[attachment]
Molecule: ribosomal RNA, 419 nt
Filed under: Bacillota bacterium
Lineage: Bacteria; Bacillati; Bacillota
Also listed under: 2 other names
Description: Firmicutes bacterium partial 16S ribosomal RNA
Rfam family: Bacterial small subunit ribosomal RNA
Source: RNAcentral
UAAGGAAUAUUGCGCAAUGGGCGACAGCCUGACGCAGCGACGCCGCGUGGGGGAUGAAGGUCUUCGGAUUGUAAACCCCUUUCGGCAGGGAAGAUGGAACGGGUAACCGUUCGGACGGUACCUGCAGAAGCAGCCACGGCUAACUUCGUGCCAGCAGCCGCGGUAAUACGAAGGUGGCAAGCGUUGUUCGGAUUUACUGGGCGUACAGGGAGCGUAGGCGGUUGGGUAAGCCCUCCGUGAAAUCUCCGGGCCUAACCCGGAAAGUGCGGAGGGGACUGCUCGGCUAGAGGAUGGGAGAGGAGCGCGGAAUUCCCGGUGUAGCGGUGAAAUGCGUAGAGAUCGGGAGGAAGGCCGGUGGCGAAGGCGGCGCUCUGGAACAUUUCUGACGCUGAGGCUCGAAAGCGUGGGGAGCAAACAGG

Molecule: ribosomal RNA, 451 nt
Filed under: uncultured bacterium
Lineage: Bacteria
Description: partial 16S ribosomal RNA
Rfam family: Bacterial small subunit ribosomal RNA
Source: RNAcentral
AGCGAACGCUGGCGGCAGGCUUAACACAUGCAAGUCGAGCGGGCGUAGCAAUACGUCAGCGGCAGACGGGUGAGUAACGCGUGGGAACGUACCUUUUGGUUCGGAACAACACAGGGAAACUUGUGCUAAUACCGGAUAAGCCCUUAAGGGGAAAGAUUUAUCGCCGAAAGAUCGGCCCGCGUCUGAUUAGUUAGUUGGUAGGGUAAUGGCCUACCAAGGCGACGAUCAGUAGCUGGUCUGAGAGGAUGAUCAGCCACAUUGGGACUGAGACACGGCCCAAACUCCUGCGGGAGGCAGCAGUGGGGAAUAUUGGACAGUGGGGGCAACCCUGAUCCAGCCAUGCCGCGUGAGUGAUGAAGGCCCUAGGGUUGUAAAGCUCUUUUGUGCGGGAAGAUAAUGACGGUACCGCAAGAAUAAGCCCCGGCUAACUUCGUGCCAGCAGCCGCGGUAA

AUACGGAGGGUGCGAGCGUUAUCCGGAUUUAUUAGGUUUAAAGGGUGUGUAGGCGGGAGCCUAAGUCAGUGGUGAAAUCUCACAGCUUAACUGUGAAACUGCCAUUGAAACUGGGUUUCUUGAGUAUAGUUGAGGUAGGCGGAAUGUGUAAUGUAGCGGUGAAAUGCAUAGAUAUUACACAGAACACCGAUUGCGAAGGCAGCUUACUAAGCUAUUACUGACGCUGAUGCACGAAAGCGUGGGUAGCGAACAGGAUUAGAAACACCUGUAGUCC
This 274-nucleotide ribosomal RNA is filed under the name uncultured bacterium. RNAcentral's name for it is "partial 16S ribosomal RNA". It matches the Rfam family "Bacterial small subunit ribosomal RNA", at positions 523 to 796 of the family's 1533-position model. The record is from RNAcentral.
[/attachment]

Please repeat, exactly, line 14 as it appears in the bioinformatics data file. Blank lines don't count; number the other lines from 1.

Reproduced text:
Source: RNAcentral